Japanese researchers set out to study the changes on the body when spending time in nature. “Forest Bathing” or shinrin-yoku was proved to have beneficial, measurable changes when spending 40 minutes walking in nature. One study at Chiba University in Japan found that people had lower levels of cortisol, which involves blood pressure and immune system function.
Another researcher, Dr. Qing Li, a professor at the Nippon Medical Center in Tokoyo found that trees emit aromatic compounds, called phytocides, similar to aromatherapy,that spur healthy biological changes. Li has shown that when people walk or stay overnight in forests, their changes in blood are associated with protection against cancer, immunity and lower blood pressure.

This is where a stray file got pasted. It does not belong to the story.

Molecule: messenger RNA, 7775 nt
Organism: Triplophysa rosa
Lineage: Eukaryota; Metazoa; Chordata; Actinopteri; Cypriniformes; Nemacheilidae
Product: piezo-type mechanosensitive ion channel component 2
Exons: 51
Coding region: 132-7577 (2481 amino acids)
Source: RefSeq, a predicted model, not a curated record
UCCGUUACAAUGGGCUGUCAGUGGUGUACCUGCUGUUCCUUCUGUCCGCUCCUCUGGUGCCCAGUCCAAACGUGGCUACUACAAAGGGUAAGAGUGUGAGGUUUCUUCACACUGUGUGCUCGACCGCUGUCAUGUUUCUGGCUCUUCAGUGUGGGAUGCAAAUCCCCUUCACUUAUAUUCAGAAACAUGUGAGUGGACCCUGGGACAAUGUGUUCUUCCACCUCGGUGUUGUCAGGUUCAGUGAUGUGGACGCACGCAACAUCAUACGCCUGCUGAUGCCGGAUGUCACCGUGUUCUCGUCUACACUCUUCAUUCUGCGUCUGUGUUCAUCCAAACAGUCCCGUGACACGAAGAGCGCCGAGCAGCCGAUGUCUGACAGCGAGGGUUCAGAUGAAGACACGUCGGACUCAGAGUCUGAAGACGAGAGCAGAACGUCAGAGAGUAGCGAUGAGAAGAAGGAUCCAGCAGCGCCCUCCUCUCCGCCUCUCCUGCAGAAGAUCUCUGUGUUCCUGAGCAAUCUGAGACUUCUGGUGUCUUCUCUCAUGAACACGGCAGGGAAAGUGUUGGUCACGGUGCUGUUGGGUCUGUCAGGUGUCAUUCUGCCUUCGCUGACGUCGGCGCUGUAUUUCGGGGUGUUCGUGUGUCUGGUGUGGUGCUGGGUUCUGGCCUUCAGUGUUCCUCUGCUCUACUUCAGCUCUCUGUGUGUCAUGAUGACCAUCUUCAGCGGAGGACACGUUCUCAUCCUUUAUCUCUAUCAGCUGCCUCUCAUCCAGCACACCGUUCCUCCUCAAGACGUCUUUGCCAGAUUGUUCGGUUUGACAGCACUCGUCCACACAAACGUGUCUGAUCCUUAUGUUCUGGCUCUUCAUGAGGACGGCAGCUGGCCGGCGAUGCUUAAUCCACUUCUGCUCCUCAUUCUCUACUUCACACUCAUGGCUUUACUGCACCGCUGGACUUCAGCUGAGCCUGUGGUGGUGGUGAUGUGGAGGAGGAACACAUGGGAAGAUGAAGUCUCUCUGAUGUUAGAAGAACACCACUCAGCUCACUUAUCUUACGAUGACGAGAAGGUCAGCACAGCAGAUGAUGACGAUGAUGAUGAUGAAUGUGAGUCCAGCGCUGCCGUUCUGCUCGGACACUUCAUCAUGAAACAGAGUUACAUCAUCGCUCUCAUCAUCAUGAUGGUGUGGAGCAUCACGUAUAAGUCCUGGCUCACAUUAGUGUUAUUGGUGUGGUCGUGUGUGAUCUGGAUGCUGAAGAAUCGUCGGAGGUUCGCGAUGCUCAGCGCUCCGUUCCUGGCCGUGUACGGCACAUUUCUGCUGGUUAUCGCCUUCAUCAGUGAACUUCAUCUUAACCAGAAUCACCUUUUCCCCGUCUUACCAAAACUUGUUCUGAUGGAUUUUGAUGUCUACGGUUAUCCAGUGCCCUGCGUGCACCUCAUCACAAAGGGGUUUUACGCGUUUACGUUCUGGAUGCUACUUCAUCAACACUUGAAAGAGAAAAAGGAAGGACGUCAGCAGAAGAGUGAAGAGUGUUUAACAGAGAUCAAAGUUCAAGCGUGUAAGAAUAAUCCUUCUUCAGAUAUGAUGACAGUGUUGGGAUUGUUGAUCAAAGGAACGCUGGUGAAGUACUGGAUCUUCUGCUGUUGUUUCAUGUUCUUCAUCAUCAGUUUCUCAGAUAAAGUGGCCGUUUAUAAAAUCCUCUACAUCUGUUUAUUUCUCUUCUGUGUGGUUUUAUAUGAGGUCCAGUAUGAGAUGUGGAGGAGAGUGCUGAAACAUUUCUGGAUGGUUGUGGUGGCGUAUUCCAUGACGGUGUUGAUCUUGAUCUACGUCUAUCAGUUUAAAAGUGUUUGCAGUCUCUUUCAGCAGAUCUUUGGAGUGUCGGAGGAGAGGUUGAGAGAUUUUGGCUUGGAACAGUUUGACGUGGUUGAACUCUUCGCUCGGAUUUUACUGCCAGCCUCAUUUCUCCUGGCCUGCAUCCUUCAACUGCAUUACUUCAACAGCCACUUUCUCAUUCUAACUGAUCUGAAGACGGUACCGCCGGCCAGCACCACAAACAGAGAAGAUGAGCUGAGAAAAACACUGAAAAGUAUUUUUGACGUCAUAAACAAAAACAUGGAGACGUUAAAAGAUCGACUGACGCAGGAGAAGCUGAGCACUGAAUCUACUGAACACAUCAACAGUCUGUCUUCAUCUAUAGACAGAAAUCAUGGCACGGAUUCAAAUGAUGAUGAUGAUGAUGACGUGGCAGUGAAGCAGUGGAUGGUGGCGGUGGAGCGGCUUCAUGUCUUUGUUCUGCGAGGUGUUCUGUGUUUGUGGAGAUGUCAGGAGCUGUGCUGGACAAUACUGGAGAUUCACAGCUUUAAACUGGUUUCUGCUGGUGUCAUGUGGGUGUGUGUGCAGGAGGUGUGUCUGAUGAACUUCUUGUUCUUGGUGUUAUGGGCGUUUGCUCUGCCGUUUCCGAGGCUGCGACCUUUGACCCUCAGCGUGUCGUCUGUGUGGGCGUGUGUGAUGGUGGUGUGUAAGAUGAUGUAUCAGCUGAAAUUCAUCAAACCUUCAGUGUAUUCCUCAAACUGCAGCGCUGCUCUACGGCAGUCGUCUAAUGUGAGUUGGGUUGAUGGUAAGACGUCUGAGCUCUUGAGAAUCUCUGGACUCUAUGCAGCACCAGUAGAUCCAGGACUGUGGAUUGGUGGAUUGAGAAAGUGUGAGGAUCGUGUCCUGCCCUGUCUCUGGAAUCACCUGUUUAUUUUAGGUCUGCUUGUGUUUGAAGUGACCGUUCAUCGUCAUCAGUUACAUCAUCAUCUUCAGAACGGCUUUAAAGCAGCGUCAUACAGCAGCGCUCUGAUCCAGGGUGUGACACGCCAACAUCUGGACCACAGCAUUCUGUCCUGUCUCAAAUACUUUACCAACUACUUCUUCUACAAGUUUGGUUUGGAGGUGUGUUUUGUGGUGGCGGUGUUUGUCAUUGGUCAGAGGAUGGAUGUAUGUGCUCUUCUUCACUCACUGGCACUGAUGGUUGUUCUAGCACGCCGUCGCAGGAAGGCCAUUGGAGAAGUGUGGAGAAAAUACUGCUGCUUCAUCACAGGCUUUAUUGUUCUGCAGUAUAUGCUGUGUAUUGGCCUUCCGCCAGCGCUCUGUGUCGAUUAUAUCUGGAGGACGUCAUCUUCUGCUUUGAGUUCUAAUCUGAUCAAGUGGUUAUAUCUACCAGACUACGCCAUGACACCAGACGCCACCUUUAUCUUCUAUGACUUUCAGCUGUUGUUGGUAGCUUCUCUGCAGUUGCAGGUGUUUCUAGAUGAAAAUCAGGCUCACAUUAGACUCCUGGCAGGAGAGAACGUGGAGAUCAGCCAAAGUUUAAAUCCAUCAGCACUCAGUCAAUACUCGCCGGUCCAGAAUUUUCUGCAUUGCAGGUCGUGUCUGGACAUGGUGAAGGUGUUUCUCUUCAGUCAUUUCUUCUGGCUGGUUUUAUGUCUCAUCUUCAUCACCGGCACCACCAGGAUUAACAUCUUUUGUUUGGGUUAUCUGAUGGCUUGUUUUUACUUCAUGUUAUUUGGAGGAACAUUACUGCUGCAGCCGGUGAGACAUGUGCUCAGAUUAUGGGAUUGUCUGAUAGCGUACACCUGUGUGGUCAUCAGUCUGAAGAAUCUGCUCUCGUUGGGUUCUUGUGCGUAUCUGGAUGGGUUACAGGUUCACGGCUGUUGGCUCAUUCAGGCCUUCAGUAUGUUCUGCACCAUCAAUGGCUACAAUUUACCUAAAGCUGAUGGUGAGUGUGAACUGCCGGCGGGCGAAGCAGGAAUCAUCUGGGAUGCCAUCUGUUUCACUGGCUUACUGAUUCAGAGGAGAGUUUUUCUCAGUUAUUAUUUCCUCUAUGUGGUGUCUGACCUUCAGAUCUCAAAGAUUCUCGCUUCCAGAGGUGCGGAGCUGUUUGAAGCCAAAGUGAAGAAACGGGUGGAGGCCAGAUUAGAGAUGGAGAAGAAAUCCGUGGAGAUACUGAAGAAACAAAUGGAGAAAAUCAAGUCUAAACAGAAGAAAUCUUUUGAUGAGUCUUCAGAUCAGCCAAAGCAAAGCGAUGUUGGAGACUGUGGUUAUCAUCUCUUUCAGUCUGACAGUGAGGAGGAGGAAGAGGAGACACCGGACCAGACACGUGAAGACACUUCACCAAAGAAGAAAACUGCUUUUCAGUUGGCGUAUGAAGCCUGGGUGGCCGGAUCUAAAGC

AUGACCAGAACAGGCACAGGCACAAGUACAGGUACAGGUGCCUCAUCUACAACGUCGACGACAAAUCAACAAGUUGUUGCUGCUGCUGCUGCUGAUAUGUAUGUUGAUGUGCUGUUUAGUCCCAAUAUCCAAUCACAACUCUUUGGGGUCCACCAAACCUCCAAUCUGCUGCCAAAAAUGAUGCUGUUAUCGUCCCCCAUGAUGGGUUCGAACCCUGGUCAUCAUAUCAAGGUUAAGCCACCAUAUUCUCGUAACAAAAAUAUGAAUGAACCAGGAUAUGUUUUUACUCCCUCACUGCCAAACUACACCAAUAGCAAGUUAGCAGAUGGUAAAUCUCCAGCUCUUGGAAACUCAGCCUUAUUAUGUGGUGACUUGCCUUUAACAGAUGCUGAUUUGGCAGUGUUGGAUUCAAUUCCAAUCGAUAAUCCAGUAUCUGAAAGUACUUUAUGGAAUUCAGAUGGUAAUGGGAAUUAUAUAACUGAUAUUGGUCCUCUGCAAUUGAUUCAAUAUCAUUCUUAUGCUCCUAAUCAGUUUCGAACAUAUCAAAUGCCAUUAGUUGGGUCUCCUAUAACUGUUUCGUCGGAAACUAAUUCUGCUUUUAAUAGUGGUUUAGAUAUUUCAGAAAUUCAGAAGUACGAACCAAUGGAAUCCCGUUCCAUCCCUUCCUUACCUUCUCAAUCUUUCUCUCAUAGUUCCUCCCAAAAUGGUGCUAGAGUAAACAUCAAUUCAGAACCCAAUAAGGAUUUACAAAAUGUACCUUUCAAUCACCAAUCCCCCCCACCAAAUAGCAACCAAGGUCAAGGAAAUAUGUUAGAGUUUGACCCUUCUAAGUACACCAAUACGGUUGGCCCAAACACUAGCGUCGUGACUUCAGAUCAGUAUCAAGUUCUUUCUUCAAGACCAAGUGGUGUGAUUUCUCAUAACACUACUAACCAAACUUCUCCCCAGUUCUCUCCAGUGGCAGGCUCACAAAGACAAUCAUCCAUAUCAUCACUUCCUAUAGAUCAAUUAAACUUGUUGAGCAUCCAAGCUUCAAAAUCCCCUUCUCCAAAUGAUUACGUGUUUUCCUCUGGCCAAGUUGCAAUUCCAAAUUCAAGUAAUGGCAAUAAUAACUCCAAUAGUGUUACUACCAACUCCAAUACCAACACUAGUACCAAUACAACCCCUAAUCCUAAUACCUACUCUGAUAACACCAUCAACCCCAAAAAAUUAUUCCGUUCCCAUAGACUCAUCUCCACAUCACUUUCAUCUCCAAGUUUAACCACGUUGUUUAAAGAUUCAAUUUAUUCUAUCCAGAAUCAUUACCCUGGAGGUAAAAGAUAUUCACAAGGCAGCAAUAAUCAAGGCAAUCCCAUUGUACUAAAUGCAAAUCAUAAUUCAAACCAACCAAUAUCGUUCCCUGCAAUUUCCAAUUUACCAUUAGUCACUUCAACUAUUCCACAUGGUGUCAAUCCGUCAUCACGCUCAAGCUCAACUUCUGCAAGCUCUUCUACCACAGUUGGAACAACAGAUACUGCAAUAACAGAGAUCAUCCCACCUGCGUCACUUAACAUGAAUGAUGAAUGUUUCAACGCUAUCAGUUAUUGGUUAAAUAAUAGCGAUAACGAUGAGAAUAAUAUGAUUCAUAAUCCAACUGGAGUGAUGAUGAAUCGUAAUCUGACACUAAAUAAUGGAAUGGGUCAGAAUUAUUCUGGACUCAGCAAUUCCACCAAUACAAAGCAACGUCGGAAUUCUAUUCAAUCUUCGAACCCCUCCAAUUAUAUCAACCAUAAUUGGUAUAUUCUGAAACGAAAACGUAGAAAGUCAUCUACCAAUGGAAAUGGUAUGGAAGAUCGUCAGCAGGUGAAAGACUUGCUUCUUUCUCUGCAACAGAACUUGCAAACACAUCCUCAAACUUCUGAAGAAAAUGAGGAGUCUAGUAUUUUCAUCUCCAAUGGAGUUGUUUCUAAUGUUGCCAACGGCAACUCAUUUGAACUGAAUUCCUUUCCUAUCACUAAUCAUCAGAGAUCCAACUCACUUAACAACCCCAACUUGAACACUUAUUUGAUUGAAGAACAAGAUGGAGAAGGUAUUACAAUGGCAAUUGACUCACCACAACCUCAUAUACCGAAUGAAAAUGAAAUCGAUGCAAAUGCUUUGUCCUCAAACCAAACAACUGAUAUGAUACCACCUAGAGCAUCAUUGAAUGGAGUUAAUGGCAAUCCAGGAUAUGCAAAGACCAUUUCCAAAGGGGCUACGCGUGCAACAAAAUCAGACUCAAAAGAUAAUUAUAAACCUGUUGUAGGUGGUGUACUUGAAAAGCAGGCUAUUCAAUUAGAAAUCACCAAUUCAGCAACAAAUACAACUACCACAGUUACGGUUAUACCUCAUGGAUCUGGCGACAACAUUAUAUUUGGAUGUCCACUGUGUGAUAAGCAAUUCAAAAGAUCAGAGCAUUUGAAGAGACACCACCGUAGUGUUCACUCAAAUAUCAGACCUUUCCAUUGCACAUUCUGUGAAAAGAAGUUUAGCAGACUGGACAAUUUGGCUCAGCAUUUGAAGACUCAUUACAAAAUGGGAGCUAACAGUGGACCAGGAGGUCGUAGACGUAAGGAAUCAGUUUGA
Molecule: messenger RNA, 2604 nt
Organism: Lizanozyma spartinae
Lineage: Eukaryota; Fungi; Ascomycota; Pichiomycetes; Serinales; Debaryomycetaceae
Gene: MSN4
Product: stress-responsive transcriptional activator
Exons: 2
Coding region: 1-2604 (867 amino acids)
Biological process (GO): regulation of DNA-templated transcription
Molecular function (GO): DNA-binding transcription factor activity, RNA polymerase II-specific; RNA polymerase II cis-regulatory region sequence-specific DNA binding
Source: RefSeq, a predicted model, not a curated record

Even Youtube is promoting nature in a short parody clip touting “Prescription strength nature: a non-harmful medication shown to relieve the crippling symptoms of modern life”. The link is https://www.youtube.com/watch?v=Bf5TgVRGND4.
To back up studies in Japan, a June 2016 study found that 10% of people with high blood pressure could get their hypertension under control if they spend 30 minutes or more in a park each week. “If everyone were to make time for nature, the savings on health care costs could be incredible”, says study author Danielle Shanahan, a research fellow at the University of Queensland in Australia.
The next time you tell someone to “take a hike”, remember to add “it’s good for you.”